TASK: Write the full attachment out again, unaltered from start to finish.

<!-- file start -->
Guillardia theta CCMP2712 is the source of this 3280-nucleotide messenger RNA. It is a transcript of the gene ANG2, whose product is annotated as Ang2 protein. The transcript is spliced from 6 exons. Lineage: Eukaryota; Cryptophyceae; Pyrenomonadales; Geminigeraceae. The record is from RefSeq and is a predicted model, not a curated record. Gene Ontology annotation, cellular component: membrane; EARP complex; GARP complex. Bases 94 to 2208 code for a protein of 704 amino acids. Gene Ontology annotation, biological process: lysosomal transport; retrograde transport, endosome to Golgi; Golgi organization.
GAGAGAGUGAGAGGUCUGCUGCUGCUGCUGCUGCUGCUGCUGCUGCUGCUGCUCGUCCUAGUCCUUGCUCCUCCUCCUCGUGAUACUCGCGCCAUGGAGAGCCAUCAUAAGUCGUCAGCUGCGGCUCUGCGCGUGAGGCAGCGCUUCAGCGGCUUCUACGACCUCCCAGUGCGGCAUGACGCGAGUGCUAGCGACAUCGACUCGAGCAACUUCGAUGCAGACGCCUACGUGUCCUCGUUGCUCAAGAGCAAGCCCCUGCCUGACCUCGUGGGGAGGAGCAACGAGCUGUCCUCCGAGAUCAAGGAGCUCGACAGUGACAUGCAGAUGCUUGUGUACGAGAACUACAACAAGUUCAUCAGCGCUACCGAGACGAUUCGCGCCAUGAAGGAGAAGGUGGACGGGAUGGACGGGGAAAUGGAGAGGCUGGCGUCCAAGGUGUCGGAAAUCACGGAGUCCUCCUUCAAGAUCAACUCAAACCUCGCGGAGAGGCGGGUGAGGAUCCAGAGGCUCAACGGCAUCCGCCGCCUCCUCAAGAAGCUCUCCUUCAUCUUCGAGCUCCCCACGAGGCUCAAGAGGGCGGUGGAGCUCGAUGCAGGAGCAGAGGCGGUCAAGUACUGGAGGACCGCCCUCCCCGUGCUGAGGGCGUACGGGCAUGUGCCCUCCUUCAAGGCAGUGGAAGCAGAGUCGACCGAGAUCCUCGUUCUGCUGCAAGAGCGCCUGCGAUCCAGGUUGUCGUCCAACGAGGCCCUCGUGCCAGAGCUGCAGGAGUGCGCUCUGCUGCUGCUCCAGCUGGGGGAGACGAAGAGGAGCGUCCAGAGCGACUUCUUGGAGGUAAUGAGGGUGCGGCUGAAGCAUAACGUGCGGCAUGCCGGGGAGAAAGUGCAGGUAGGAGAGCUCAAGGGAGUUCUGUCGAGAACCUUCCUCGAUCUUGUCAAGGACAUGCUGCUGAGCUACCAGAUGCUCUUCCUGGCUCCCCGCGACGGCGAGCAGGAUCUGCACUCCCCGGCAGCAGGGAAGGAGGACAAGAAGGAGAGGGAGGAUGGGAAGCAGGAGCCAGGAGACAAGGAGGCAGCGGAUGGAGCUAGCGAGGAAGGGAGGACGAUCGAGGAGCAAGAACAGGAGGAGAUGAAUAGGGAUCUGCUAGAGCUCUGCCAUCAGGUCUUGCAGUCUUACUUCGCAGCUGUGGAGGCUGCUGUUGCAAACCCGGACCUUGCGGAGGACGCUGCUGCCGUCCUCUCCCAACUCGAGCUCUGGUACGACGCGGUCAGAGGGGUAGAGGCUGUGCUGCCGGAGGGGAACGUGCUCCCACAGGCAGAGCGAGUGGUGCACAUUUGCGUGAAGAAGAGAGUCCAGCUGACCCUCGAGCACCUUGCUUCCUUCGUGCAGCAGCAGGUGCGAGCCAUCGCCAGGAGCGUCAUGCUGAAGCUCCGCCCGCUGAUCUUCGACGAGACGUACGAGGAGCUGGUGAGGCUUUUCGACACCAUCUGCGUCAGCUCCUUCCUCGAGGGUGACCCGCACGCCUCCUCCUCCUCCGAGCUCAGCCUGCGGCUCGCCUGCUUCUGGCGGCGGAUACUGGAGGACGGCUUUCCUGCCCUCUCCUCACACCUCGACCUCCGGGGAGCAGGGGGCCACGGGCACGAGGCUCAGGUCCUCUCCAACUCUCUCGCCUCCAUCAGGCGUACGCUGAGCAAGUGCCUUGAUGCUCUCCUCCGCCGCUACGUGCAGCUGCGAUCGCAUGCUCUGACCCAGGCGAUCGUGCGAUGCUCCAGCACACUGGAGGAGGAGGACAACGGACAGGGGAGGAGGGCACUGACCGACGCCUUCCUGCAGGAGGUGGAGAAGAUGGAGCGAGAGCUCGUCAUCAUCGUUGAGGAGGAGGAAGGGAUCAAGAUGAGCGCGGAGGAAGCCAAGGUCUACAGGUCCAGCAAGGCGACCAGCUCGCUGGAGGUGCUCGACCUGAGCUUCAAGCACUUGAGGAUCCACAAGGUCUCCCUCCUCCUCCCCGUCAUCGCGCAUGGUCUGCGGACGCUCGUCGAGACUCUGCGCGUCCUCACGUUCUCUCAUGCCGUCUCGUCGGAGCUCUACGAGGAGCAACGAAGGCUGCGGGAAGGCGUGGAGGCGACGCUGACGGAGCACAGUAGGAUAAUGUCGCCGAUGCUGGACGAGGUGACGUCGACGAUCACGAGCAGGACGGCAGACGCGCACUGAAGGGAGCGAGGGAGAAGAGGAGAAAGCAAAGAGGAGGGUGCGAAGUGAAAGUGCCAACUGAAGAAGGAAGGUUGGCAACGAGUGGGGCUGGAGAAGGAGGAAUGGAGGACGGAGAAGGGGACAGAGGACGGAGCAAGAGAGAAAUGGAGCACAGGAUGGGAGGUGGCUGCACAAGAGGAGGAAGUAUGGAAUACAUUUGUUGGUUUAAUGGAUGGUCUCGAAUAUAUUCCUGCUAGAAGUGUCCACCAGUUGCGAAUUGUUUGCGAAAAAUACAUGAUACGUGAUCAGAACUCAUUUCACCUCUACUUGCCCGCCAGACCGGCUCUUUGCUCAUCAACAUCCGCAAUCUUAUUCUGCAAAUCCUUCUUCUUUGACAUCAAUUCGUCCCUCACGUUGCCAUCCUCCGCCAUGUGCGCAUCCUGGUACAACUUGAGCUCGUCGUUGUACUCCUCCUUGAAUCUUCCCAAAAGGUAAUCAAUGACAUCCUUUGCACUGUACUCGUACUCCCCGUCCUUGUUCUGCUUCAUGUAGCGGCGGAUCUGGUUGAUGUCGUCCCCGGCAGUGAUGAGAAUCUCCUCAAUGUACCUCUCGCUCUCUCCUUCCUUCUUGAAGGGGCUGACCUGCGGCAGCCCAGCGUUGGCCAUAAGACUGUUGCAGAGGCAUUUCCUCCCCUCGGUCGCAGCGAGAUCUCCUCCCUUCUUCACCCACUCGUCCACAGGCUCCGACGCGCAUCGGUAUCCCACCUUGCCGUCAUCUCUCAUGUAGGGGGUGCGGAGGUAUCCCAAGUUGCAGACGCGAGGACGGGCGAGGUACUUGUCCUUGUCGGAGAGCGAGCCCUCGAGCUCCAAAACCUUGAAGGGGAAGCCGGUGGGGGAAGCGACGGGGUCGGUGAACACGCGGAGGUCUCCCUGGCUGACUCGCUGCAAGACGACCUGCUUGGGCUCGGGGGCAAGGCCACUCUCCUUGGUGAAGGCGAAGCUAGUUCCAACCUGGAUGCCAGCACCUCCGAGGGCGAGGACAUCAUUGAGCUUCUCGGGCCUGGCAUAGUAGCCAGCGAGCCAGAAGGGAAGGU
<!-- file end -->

Guillardia theta CCMP2712 is the source of this 3280-nucleotide messenger RNA. It is a transcript of the gene ANG2, whose product is annotated as Ang2 protein. The transcript is spliced from 6 exons. Lineage: Eukaryota; Cryptophyceae; Pyrenomonadales; Geminigeraceae. The record is from RefSeq and is a predicted model, not a curated record. Gene Ontology annotation, cellular component: membrane; EARP complex; GARP complex. Bases 94 to 2208 code for a protein of 704 amino acids. Gene Ontology annotation, biological process: lysosomal transport; retrograde transport, endosome to Golgi; Golgi organization.
GAGAGAGUGAGAGGUCUGCUGCUGCUGCUGCUGCUGCUGCUGCUGCUGCUGCUCGUCCUAGUCCUUGCUCCUCCUCCUCGUGAUACUCGCGCCAUGGAGAGCCAUCAUAAGUCGUCAGCUGCGGCUCUGCGCGUGAGGCAGCGCUUCAGCGGCUUCUACGACCUCCCAGUGCGGCAUGACGCGAGUGCUAGCGACAUCGACUCGAGCAACUUCGAUGCAGACGCCUACGUGUCCUCGUUGCUCAAGAGCAAGCCCCUGCCUGACCUCGUGGGGAGGAGCAACGAGCUGUCCUCCGAGAUCAAGGAGCUCGACAGUGACAUGCAGAUGCUUGUGUACGAGAACUACAACAAGUUCAUCAGCGCUACCGAGACGAUUCGCGCCAUGAAGGAGAAGGUGGACGGGAUGGACGGGGAAAUGGAGAGGCUGGCGUCCAAGGUGUCGGAAAUCACGGAGUCCUCCUUCAAGAUCAACUCAAACCUCGCGGAGAGGCGGGUGAGGAUCCAGAGGCUCAACGGCAUCCGCCGCCUCCUCAAGAAGCUCUCCUUCAUCUUCGAGCUCCCCACGAGGCUCAAGAGGGCGGUGGAGCUCGAUGCAGGAGCAGAGGCGGUCAAGUACUGGAGGACCGCCCUCCCCGUGCUGAGGGCGUACGGGCAUGUGCCCUCCUUCAAGGCAGUGGAAGCAGAGUCGACCGAGAUCCUCGUUCUGCUGCAAGAGCGCCUGCGAUCCAGGUUGUCGUCCAACGAGGCCCUCGUGCCAGAGCUGCAGGAGUGCGCUCUGCUGCUGCUCCAGCUGGGGGAGACGAAGAGGAGCGUCCAGAGCGACUUCUUGGAGGUAAUGAGGGUGCGGCUGAAGCAUAACGUGCGGCAUGCCGGGGAGAAAGUGCAGGUAGGAGAGCUCAAGGGAGUUCUGUCGAGAACCUUCCUCGAUCUUGUCAAGGACAUGCUGCUGAGCUACCAGAUGCUCUUCCUGGCUCCCCGCGACGGCGAGCAGGAUCUGCACUCCCCGGCAGCAGGGAAGGAGGACAAGAAGGAGAGGGAGGAUGGGAAGCAGGAGCCAGGAGACAAGGAGGCAGCGGAUGGAGCUAGCGAGGAAGGGAGGACGAUCGAGGAGCAAGAACAGGAGGAGAUGAAUAGGGAUCUGCUAGAGCUCUGCCAUCAGGUCUUGCAGUCUUACUUCGCAGCUGUGGAGGCUGCUGUUGCAAACCCGGACCUUGCGGAGGACGCUGCUGCCGUCCUCUCCCAACUCGAGCUCUGGUACGACGCGGUCAGAGGGGUAGAGGCUGUGCUGCCGGAGGGGAACGUGCUCCCACAGGCAGAGCGAGUGGUGCACAUUUGCGUGAAGAAGAGAGUCCAGCUGACCCUCGAGCACCUUGCUUCCUUCGUGCAGCAGCAGGUGCGAGCCAUCGCCAGGAGCGUCAUGCUGAAGCUCCGCCCGCUGAUCUUCGACGAGACGUACGAGGAGCUGGUGAGGCUUUUCGACACCAUCUGCGUCAGCUCCUUCCUCGAGGGUGACCCGCACGCCUCCUCCUCCUCCGAGCUCAGCCUGCGGCUCGCCUGCUUCUGGCGGCGGAUACUGGAGGACGGCUUUCCUGCCCUCUCCUCACACCUCGACCUCCGGGGAGCAGGGGGCCACGGGCACGAGGCUCAGGUCCUCUCCAACUCUCUCGCCUCCAUCAGGCGUACGCUGAGCAAGUGCCUUGAUGCUCUCCUCCGCCGCUACGUGCAGCUGCGAUCGCAUGCUCUGACCCAGGCGAUCGUGCGAUGCUCCAGCACACUGGAGGAGGAGGACAACGGACAGGGGAGGAGGGCACUGACCGACGCCUUCCUGCAGGAGGUGGAGAAGAUGGAGCGAGAGCUCGUCAUCAUCGUUGAGGAGGAGGAAGGGAUCAAGAUGAGCGCGGAGGAAGCCAAGGUCUACAGGUCCAGCAAGGCGACCAGCUCGCUGGAGGUGCUCGACCUGAGCUUCAAGCACUUGAGGAUCCACAAGGUCUCCCUCCUCCUCCCCGUCAUCGCGCAUGGUCUGCGGACGCUCGUCGAGACUCUGCGCGUCCUCACGUUCUCUCAUGCCGUCUCGUCGGAGCUCUACGAGGAGCAACGAAGGCUGCGGGAAGGCGUGGAGGCGACGCUGACGGAGCACAGUAGGAUAAUGUCGCCGAUGCUGGACGAGGUGACGUCGACGAUCACGAGCAGGACGGCAGACGCGCACUGAAGGGAGCGAGGGAGAAGAGGAGAAAGCAAAGAGGAGGGUGCGAAGUGAAAGUGCCAACUGAAGAAGGAAGGUUGGCAACGAGUGGGGCUGGAGAAGGAGGAAUGGAGGACGGAGAAGGGGACAGAGGACGGAGCAAGAGAGAAAUGGAGCACAGGAUGGGAGGUGGCUGCACAAGAGGAGGAAGUAUGGAAUACAUUUGUUGGUUUAAUGGAUGGUCUCGAAUAUAUUCCUGCUAGAAGUGUCCACCAGUUGCGAAUUGUUUGCGAAAAAUACAUGAUACGUGAUCAGAACUCAUUUCACCUCUACUUGCCCGCCAGACCGGCUCUUUGCUCAUCAACAUCCGCAAUCUUAUUCUGCAAAUCCUUCUUCUUUGACAUCAAUUCGUCCCUCACGUUGCCAUCCUCCGCCAUGUGCGCAUCCUGGUACAACUUGAGCUCGUCGUUGUACUCCUCCUUGAAUCUUCCCAAAAGGUAAUCAAUGACAUCCUUUGCACUGUACUCGUACUCCCCGUCCUUGUUCUGCUUCAUGUAGCGGCGGAUCUGGUUGAUGUCGUCCCCGGCAGUGAUGAGAAUCUCCUCAAUGUACCUCUCGCUCUCUCCUUCCUUCUUGAAGGGGCUGACCUGCGGCAGCCCAGCGUUGGCCAUAAGACUGUUGCAGAGGCAUUUCCUCCCCUCGGUCGCAGCGAGAUCUCCUCCCUUCUUCACCCACUCGUCCACAGGCUCCGACGCGCAUCGGUAUCCCACCUUGCCGUCAUCUCUCAUGUAGGGGGUGCGGAGGUAUCCCAAGUUGCAGACGCGAGGACGGGCGAGGUACUUGUCCUUGUCGGAGAGCGAGCCCUCGAGCUCCAAAACCUUGAAGGGGAAGCCGGUGGGGGAAGCGACGGGGUCGGUGAACACGCGGAGGUCUCCCUGGCUGACUCGCUGCAAGACGACCUGCUUGGGCUCGGGGGCAAGGCCACUCUCCUUGGUGAAGGCGAAGCUAGUUCCAACCUGGAUGCCAGCACCUCCGAGGGCGAGGACAUCAUUGAGCUUCUCGGGCCUGGCAUAGUAGCCAGCGAGCCAGAAGGGAAGGU